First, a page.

Chris Fogle, U.S. Forest Service battalion chief. Photo by J.P. Crumrine

The Mountain Fire is still burning and smoldering in places, said both Dan Felix, San Jacinto Ranger District fire chief, and Battalion Chief Chris Fogle, who assumed the role of incident commander following the departure last week of the Type 1 Incident Management Team.

“There is still a potential for the fire to spot,” Felix said. During the past week, Fogle has employed two wildland fire modules. These 10-person teams, who are still here and are more common in the Sierras, have technical and ecological-based expertise in the areas of ignitions, holding, suppression, hazard fuels reduction, and fire effects monitoring in timber lands or wilderness.

“They are our eyes and recording mechanism for where the fire is at and what it’s doing,” Fogle explained.

In addition, the district has been using Type 6 engines from Arizona to patrol the fire area. Also, the helicopter assigned to the Keenwild Helibase will fly the burned area regularly and various teams from the district, who will be assessing the resource damage and repairing damage, will monitor the area throughout the summer and fall.

Both fire managers confirmed IMT leader Jeanne Pincha-Tulley’s initial assessment that the areas within the fire may continue to burn into late fall. In the wilderness, there are many dead and fallen trees from the intense bark beetle infestation during the past decade, according to Fogle.

Dan Felix, U.S. Forest Service fire chief during the Mountain Fire. Photo by J.P. Crumrine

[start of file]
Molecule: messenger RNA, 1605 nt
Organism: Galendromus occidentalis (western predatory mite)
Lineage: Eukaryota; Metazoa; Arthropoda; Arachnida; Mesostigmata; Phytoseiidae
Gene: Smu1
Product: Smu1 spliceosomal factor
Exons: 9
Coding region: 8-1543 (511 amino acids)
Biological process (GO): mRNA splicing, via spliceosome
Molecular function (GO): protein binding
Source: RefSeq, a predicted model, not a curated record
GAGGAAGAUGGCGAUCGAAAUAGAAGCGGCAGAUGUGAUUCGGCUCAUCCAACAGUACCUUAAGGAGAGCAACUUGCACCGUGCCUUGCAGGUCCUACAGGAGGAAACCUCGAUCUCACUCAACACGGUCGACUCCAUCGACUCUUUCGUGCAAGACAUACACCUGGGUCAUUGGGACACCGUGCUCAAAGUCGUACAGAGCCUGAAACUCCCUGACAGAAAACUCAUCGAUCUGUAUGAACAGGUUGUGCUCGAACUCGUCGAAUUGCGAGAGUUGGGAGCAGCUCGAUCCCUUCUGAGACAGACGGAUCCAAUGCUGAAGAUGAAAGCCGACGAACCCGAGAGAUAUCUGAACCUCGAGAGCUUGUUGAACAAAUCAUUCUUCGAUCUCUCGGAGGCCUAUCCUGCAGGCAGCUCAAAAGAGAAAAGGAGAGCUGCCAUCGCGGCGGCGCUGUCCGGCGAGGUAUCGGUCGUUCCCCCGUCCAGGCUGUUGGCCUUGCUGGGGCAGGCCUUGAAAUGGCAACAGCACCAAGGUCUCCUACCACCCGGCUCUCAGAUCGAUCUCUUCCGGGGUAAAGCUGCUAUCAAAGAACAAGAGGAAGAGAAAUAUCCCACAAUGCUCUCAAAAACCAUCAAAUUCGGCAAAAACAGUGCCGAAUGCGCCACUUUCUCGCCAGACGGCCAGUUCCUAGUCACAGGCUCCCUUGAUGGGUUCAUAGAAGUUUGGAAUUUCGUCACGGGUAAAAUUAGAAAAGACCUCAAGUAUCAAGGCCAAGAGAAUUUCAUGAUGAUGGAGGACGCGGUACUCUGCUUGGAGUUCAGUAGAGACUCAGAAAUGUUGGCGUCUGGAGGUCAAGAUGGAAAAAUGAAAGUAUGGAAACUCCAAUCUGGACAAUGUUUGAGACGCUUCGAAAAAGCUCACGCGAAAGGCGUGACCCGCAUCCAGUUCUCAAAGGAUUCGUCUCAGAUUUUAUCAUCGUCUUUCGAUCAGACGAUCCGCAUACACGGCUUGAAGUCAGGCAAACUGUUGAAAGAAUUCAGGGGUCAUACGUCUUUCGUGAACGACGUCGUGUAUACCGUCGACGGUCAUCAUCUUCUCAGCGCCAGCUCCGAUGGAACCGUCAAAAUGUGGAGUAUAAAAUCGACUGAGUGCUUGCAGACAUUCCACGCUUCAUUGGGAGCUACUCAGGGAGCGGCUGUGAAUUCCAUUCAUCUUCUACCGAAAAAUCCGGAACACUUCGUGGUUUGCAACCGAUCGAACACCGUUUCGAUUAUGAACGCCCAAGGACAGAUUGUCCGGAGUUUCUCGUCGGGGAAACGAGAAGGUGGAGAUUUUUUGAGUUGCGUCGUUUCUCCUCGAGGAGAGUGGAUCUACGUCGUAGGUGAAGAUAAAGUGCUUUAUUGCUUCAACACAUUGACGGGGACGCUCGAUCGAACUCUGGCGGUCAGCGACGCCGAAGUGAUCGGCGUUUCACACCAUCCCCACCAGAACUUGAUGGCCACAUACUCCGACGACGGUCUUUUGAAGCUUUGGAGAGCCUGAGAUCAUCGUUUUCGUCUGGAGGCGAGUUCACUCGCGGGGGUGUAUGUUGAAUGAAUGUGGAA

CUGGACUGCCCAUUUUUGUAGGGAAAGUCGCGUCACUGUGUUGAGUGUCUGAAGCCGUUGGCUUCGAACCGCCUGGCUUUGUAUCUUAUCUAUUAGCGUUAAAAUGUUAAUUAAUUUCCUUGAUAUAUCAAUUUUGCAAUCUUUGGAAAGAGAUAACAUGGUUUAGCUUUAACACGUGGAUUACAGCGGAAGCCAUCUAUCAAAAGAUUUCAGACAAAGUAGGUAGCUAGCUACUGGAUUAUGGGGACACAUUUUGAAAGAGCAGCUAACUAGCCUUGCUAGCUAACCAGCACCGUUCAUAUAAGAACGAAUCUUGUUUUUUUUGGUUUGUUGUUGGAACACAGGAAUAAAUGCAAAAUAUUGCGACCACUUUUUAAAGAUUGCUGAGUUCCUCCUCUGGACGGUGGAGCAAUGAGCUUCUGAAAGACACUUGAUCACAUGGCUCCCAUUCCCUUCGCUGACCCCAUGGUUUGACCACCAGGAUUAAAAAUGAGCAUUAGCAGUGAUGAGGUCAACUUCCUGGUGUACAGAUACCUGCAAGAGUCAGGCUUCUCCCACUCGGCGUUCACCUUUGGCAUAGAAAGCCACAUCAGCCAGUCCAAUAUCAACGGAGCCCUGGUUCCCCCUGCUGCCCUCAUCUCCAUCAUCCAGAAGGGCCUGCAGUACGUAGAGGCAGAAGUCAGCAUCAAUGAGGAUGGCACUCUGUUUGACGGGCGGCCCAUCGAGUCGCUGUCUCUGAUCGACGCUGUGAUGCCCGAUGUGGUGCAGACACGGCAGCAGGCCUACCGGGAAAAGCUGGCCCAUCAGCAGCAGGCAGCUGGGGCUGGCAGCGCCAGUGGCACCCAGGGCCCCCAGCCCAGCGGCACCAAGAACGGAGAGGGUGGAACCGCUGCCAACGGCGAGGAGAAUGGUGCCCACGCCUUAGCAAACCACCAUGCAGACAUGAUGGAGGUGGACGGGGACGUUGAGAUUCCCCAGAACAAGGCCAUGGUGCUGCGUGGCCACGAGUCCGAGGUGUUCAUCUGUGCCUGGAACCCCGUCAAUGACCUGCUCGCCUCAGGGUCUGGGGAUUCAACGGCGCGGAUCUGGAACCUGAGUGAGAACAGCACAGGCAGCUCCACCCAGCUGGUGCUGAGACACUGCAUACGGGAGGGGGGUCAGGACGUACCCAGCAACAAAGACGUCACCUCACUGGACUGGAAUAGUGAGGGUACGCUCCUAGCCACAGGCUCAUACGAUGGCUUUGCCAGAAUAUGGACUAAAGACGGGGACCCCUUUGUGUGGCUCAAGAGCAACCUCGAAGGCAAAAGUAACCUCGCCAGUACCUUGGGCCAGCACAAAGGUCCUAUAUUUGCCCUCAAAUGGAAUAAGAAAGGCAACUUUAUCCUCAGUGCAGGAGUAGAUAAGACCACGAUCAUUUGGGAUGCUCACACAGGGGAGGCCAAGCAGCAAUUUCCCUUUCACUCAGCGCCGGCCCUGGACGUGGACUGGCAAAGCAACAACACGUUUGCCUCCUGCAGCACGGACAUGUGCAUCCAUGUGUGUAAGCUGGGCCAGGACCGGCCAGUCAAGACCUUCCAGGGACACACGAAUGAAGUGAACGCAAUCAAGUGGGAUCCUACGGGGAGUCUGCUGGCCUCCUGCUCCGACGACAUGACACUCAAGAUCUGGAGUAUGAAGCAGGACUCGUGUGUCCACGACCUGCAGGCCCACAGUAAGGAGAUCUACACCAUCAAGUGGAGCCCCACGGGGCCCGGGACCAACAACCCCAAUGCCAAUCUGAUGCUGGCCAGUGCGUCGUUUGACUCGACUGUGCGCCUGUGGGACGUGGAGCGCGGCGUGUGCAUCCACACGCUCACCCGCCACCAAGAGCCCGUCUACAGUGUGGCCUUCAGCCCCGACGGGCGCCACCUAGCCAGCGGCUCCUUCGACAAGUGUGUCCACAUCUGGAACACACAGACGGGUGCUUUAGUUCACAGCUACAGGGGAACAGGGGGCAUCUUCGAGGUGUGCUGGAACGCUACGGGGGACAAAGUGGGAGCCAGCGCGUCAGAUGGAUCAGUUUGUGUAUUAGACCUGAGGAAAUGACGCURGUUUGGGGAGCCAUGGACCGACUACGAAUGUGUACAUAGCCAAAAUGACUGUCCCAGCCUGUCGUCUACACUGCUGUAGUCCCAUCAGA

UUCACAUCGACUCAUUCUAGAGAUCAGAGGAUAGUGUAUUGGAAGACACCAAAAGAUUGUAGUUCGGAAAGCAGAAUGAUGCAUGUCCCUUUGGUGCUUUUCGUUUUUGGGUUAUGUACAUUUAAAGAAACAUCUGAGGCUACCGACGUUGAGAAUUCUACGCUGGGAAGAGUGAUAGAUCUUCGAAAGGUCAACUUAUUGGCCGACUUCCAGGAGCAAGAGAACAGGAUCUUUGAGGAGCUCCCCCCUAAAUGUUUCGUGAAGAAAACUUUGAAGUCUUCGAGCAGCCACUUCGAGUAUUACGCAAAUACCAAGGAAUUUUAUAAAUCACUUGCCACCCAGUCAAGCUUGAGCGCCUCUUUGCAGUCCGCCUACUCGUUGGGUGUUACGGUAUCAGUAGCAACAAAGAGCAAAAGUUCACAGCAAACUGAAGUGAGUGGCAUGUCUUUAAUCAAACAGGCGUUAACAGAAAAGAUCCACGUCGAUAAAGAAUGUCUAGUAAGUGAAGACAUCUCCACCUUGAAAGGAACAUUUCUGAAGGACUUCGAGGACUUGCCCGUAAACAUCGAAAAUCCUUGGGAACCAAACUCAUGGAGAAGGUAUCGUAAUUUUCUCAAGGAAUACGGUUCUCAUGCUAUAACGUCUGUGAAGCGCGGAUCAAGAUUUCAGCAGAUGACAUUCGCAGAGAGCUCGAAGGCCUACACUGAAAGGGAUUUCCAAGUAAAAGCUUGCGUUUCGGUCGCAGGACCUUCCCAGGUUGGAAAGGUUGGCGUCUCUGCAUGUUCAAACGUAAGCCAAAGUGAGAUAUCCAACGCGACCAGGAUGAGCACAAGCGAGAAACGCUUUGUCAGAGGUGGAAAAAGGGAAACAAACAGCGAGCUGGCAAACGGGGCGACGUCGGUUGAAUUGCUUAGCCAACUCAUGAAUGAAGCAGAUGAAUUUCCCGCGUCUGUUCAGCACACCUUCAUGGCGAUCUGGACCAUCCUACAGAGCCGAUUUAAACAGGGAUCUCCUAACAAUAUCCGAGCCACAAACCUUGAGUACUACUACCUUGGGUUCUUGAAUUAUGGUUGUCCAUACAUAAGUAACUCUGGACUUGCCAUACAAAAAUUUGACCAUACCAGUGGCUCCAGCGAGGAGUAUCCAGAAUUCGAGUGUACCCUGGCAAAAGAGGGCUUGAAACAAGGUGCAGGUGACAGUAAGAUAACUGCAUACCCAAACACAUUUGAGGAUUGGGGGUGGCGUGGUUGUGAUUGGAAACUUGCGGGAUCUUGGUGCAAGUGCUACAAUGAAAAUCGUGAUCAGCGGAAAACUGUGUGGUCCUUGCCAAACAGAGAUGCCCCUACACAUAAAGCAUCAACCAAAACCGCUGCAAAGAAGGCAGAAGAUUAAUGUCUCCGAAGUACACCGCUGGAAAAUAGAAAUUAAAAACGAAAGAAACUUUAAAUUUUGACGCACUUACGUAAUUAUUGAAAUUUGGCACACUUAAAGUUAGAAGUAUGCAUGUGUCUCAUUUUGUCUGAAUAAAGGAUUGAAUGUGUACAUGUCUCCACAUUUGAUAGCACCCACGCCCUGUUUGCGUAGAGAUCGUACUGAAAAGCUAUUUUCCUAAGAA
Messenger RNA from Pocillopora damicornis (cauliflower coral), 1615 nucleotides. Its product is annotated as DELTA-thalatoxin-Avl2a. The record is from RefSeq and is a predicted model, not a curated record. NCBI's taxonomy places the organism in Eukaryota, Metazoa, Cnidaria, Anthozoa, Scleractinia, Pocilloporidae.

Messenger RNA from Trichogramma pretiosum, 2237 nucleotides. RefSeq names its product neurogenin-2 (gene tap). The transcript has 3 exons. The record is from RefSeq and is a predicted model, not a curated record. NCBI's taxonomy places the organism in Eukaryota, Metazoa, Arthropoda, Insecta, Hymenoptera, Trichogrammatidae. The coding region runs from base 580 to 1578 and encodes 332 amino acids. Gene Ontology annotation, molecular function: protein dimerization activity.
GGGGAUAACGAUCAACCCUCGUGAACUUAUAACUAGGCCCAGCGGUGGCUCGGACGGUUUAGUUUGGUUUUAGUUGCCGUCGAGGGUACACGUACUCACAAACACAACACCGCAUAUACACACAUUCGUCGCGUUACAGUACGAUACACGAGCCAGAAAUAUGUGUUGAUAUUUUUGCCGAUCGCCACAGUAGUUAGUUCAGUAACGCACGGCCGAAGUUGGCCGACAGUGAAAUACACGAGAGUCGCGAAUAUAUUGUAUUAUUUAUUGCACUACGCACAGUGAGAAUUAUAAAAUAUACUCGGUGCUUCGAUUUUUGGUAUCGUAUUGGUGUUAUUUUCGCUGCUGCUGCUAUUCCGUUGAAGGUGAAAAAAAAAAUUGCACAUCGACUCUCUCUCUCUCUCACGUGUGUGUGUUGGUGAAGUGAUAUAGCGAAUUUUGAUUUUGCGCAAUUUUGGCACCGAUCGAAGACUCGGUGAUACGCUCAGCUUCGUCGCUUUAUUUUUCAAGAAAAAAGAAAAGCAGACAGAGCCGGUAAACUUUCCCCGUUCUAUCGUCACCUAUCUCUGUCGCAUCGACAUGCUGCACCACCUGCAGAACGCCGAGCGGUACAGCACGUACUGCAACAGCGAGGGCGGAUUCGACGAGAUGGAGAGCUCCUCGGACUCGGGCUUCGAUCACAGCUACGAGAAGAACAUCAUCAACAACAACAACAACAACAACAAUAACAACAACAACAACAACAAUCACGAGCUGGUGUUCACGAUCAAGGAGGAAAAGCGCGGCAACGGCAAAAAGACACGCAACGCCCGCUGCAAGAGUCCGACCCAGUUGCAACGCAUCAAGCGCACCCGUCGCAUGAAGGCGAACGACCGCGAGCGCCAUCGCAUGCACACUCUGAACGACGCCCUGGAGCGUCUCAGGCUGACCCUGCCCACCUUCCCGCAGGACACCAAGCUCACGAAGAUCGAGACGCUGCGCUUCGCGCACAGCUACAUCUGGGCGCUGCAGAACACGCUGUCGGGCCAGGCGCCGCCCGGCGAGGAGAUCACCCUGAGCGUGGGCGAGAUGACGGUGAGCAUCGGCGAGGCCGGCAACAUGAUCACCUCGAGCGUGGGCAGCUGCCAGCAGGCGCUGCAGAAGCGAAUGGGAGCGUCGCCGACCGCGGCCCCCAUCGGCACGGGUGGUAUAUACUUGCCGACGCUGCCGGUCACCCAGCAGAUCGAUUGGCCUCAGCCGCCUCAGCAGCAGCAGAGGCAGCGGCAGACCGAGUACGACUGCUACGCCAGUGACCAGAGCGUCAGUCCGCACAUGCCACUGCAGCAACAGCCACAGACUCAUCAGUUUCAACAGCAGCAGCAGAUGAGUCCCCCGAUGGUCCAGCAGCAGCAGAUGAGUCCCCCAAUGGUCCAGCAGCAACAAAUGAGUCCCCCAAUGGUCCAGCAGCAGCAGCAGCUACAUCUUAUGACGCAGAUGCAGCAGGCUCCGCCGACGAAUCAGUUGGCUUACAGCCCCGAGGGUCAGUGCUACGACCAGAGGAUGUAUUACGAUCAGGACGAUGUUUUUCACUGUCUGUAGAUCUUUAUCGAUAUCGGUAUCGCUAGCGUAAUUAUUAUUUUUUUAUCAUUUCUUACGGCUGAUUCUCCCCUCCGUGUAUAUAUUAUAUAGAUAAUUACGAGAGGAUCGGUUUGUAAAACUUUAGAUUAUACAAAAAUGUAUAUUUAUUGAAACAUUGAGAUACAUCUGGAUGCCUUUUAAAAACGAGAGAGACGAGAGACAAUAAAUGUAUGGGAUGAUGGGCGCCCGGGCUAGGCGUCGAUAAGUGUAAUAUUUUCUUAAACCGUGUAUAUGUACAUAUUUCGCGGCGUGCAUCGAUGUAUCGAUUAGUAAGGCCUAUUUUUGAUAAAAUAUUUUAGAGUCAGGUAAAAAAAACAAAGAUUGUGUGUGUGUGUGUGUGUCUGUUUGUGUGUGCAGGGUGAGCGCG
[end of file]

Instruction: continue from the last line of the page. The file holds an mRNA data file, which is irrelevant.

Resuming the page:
Furthering the fire’s life is the depth of the duff (dead leaves and needles) on the ground and residual heat on the forest’s floor. In the absence of periodic natural fires, the duff is much deeper at the top of the mountain than in normal timberlands, said Felix.

“It will take a long time to put out the fire,” he said. These islands of heat are well inside the fire boundary and present no current threat of spreading. But in Southern California, weather is always a dominant player in fire activities.

“I’m fairly confident the fire will not grow,” Fogle said. “But the primary threat will be the right wind, which could throw something outside the line.”

The fire and subsequent rains appear to have damaged several of the trails at various points, both men said. “Sections of the trail have been lost,” said Fogle sadly, who has hiked these trails since childhood, their loss felt personally.

The danger to hikers has not been fully assessed and until the Burned Area Emergency Response Team has finished its assessment and reported to District Ranger Arturo Delgado, the forest will not open the trails around Saddle Junction and those connecting with the Pacific Crest Trail south to Highway 74.

The fire has changed the natural resource at the top of the mountain. Trees, undergrowth and chaparral have burned. While this is good for the forest’s health, “our kids will never see what we were used to seeing there,” Fogle said.

Areas burned in past fires, such as the Apache and Tahquitz fires, suffered less damage from heat intensity and burning, both observed.

Within the next few weeks, the BAER team will issue a resource damage assessment to Delgado. This will be the basis of future repair decisions and eventual opening of all remaining trails.